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Fantasy sleepers: Atlantic Division

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My NBA fantasy sleeper tour continues with a look at the Atlantic Division. I'm targeting the players likely to perform well above the level that they'll be selected in fantasy drafts. In a recent Yahoo! Sports Fantasy NBA experts draft. none of the five players listed below were drafted in the first 90 picks:

Philadelphia 76ers
Willie GreenEric Snow is now a Cleveland Cavalier and that has almost everything to do with Green. It was the 76ers' belief that Green was ready for a larger role that made Snow expendable. Green, whose scoring average per 48 minutes played last season was just shy of 23 points, brings a similar score-first mentality to that of backcourt mate Allen Iverson. It will be interesting to see how the two gel. Green was afforded an average of 25 minutes per night in the final month of last season and turned in averages of 14.6 points, 3.1 assists and nearly a steal per game. Those numbers should improve with a starting role and an expected extra 5-10 minutes of court time.

New York Knicks
Mike Sweetney – Sweetney made a giant splash in summer league, averaging 20.3 points, 10.8 boards while shooting 57 percent from the field. Basically, Sweetney has a fantasy game similar to that of Portland's Zach Randolph. He just needs a little more experience. As a rookie last season, Sweetney averaged just fewer than 12 minutes per game, but still managed to grab almost four rebounds and his rebound average per 48 minutes was north of 15. And more, Knicks assistant Mark Aguirre seems to be in his corner: "Right now Sweetney's on the verge of being something pretty special." There is talk that Sweetney could unseat Kurt Thomas as the team's starting power forward.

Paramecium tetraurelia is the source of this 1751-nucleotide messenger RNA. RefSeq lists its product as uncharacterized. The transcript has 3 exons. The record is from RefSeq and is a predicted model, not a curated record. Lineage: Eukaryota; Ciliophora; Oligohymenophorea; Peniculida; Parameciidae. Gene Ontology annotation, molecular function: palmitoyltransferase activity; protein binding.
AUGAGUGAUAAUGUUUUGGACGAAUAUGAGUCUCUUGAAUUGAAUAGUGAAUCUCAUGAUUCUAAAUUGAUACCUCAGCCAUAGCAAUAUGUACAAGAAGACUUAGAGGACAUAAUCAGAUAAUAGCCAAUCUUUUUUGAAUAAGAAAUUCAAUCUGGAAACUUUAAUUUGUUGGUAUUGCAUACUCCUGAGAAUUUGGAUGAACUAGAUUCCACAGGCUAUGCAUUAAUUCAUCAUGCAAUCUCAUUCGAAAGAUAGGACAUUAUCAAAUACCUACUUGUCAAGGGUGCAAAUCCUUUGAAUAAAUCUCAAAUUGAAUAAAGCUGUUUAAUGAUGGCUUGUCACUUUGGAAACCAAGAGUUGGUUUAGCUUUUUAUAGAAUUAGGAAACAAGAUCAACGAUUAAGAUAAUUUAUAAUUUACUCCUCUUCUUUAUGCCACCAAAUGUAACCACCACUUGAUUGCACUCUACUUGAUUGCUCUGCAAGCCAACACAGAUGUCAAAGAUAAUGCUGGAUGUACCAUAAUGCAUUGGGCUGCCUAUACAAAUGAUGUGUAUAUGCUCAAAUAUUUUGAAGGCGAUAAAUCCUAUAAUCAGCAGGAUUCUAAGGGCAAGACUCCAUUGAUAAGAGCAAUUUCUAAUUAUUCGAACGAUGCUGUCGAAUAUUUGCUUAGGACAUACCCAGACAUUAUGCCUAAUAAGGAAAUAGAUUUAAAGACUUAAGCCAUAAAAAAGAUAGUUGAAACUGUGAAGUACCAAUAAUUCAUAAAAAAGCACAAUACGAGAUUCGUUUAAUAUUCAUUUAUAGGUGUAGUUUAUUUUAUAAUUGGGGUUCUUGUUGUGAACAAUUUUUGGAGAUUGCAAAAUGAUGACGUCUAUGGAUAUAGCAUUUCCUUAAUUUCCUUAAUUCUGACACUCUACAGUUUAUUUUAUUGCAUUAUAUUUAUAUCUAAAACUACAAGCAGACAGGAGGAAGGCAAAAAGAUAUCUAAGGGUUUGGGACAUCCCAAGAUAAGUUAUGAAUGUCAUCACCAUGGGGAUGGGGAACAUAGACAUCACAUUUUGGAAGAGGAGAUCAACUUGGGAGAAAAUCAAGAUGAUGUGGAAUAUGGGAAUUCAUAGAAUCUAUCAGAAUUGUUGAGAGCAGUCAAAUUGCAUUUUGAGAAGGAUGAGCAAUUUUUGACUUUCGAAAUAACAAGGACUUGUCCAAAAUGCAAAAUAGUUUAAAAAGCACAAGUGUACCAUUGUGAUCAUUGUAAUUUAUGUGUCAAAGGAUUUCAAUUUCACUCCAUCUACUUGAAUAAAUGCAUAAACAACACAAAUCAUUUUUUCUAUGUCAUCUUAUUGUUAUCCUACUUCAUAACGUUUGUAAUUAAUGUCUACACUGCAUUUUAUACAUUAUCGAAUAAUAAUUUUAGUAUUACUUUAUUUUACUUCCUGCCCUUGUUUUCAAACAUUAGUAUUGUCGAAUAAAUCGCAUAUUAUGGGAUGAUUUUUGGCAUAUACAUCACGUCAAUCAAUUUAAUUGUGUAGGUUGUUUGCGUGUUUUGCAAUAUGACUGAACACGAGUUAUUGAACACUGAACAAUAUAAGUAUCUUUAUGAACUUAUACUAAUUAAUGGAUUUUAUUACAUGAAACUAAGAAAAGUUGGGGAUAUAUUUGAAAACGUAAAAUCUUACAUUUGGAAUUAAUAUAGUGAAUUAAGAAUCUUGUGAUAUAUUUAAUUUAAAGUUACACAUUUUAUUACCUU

Boston Celtics
Raef LaFrentz – Remember the days when LaFrentz would consistently score 13-15 points, grab 7-8 boards and block 2-3 shots a night? At that time, it was vogue for fantasy owners to cry, "Viva, LaFrentz!" after a particularly good outing from the 6-foot-11-inch former Jayhawk. While those days seem ages ago, it has, in fact, only been a couple years since LaFrentz was a valuable fantasy commodity. His decline started with a trade to Dallas – understandable considering the Mavericks were overloaded with talent. Furthering his woes was a trade to Boston last season and a season-ending knee injury after just 17 games. LaFrentz is healthy again and ready to reclaim his place in fantasy circles. He's expected to start at power forward and he's excited about the running system that new head coach Doc Rivers has installed. The offense reminds him of the one he ran at Kansas. Fantasy owners should be excited at anything that reconnects LaFrentz to his past glories.

Toronto Raptors
Rafer Alston – Alston averaged 12.2 points, 5.7 assists, 1.7 steals and 2.1 treys in 28 games as a starter for Miami last season. His performance earned him a six-year deal from the Raptors in the offseason, who will make him the team's starter this season. Alston is ready to log big minutes as former starter Alvin Williams is dealing with a sore knee. Williams avoided surgery on the knee during the offseason and now he is out indefinitely as he tries to gain strength. Given the impact that Alston offers in steals and treys, in addition to solid scoring and assist averages, you'd be wise to place him among your top 15 point guards on Draft Day.

New Jersey Nets
Zoran Planinic – With Jason Kidd likely out until after the new year, Planinic could lead the Nets from the point for at least the first two months of the season. And if Kidd is traded, his tenure as a starter could be extended. At 6 feet 7 inches tall, Planinic is a tough matchup for smaller point guards. He brings the usual solid fundamental European game and he brought 15 less pounds with him to the Nets' training camp. That bodes well for him in his competition with Travis Best and Jacque Vaughn for the starting job. Also working in his favor is the fact that he is already proficient in the team's new motion offense, something that Best and Vaughn are not. Keep Planinic in mind as a late-round flyer. On a team so stripped of proven talent, he has an opportunity to breakout.